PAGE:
Friday, March 26, 2010


Q. What's big red and ugly, and has a long tail?

A. A US Treasury auction!

Last night's 7 year auction went just as poorly as Wednesday's 5 year, and while the downside follow-through in bond prices wasn't quite as bad as for the 5 year, that might simply be because Rip van Winkle the stock market finally noticed what was going on with bonds and performed a late-session swoon.

While the sell-off in bonds certainly raises challenges for both equities and growth, particularly if it is sustained and extended, at this juncture it's probably important not to over-dramatize things. Mortgage rates have held pretty steady; indeed, in the case of conforming 5/1 ARMs, according to, rates are more or less at their lows.

Q. How is Greece like a submarine?

A. People will only lend a hand when they're deep underwater.

So the EU has finally come up with a mutually-acceptable "plan" for Greece...though it didn't take Trichet long to put one in his own net by having a moan about IMF involvement on French TV.

While the details of the plan are still pretty murky, it is pretty clearly not a "bail out"...after all, you can only bail out a boat before it sinks. Rather, it seems as if it is more of a submarine safety net, designed to catch most of the collateral flotsam and jetsam should the Good Ship Greece go down (or, more to the point, should one of their bond offerings not go down.)

So what we're left with is an exercise in game theory. Greece will only get help if they cannot raise money/roll over their debt. Does that knowledge a) comfort the market in knowing that there is some sort of liquidity backstop, thus emboldening investors to
purchase Greek paper? The extension of the ECB minimum collateral threshold will also help in this regard. Or b), will the market now have a target to shoot at, knowing that the only way to get some sort of action on Greece is to shoot down one of its titanic auctions with all hands on board?

The initial reaction appears to be "a"; 5 year Greek CDS is currently 300 mid, down 15 bps or so from yesterday's close. But Macro Man wouldn't be surprised if the market doesn't have a go at probing scenario "b" at some point in the not-too-distant future.
Q. What's big and has loads of money and buys the snot out of USD/JPY at the direction of the MOF and definitely won't let us see 90 again?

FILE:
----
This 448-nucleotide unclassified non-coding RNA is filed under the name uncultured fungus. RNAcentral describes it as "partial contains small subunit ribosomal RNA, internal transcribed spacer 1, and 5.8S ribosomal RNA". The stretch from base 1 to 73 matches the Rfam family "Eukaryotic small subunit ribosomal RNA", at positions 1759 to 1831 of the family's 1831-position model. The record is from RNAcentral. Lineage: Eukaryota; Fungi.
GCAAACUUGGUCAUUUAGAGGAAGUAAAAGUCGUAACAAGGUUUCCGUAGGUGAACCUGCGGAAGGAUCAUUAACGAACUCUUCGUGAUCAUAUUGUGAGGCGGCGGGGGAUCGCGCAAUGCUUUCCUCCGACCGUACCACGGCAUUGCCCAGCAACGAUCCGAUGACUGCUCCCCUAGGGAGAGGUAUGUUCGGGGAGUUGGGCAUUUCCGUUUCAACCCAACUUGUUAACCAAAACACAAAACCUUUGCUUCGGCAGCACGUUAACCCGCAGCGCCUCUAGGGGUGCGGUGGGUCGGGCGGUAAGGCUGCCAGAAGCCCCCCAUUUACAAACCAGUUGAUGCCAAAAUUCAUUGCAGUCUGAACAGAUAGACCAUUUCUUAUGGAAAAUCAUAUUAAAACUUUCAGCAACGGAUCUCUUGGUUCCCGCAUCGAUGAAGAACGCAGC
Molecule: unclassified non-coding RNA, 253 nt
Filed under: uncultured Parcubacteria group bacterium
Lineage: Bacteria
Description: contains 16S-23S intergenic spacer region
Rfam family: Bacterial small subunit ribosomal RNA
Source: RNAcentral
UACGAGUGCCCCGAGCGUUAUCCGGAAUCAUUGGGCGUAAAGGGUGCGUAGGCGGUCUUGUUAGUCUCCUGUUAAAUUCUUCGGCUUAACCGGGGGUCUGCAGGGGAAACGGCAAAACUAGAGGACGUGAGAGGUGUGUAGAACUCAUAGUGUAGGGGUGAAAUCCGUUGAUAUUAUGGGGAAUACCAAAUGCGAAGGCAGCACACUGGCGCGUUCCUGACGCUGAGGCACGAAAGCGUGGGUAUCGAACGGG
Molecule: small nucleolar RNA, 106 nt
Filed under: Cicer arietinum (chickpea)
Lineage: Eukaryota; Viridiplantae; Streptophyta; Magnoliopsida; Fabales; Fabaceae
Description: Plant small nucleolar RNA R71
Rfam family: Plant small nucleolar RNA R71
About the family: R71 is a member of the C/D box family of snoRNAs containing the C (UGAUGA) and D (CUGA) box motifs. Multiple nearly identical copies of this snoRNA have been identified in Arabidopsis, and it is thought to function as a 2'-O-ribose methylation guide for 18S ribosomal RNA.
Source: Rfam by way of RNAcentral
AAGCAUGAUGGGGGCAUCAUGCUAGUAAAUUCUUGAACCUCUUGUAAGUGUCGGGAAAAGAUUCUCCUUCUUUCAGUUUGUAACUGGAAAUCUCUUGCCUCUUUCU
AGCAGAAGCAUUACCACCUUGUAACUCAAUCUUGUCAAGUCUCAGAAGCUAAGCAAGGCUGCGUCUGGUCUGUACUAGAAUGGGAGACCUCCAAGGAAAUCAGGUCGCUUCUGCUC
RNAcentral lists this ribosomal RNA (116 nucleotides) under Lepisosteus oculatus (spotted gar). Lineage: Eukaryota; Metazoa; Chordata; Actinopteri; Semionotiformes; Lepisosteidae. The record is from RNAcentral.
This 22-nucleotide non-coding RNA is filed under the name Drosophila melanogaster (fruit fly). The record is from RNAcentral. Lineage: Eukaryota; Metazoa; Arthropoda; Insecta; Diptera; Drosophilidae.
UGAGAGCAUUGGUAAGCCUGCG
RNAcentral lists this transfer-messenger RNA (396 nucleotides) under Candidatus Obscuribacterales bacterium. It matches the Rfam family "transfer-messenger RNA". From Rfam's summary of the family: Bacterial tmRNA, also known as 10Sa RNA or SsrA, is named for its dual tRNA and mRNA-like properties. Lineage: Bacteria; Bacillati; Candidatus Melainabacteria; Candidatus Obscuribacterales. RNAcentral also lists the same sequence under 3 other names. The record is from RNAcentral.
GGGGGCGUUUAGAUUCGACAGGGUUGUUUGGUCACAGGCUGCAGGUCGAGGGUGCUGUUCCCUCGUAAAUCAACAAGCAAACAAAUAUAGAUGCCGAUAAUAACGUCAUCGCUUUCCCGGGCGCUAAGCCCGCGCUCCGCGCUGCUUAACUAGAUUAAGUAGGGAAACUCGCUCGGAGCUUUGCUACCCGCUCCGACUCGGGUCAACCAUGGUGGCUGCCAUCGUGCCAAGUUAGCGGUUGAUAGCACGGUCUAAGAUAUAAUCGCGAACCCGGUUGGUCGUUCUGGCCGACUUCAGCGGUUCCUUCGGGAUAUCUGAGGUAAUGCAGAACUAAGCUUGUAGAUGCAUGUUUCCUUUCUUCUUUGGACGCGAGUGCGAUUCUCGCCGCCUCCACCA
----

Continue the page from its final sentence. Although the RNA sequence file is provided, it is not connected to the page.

A. Well, not the BOJ, because that would be intervention, and no other Japanese institution is allowed to conduct intervention.....right? Right?

Well, wrong, if the popular scuttlebutt, stirred up by an article in the Nikkei, is true. Word on the strasse (or is that the ?) is that Japan's Post Bank has been hoovering USD/JPY at the direction of MOF mandarins in a campaign of stealth intervention.

It would hardly be surprising, given that Japan is a) still looking pretty tepid, recovery-wise, and b) if they engaged in overt intervention, they would have some 'splainin' to do to an irate US Treasury and Congress.
Regardless, everyone's favourite trade is now back on the radar, helped, no doubt, by the sell-off in US fixed income. Current levels are something of a no-man's land, especially with just a few days to go until fiscal year end (with the assumed HIA yen-buying associated with it.) More than just about any other currency pair, USD/JPY has flattered to deceive over the last year.

If you can solve the riddle of when it will start performing sustainably...well, that'll be worth quite a bit more than a groan and a laugh.


AD said...

notwithstanding a rally in fxd income (after recent pain), perhaps the reason why equities is so oblivious to what's happening in yields (and eurchf and ussp10) is because this grind/rally higher isn't at the cost of the dollar.. USD is rallying WITH equities.. usually when its "risk on" (-usd/+risk) and there is trouble in the bond markets, ripvanwinkle equities tend to wake up.. perhaps dollar strength is helping the equities lot ignore what's happening in fxd income...? or maybe that makes no sense... sigh.

Eddie Bravo said...

word on the 通り not word on the 辻 but yeah, wouldn't be surprising...

Macro Man said...

AD, looking across markets: higher stocks, higher dollar, higher US yields, the Occam's razor expalnation is that markets are pricing in- believe it or not- a re-rating of US growth prospects. A scary thought and surely worthy of a fade sooner or later!

Eddie, yeah well, what can I say, my Japanese falls over pretty quickly after "ni-han birru".....

Nemo Incognito said...

Could also be explained by a CNY reval, which would mean all CNY crosses go up, hence US growth picks up. Does not explain good performance of USD vs $Asia though...

AD said...

for equities.. over easter.. path of least resistance is up I'm afraid. Long cash/short index has hurt real money.. and will continue..

deke said...

after yest. auction it looked like ES NQ finally realized the bond mkt moving so hugely could not be a good thing...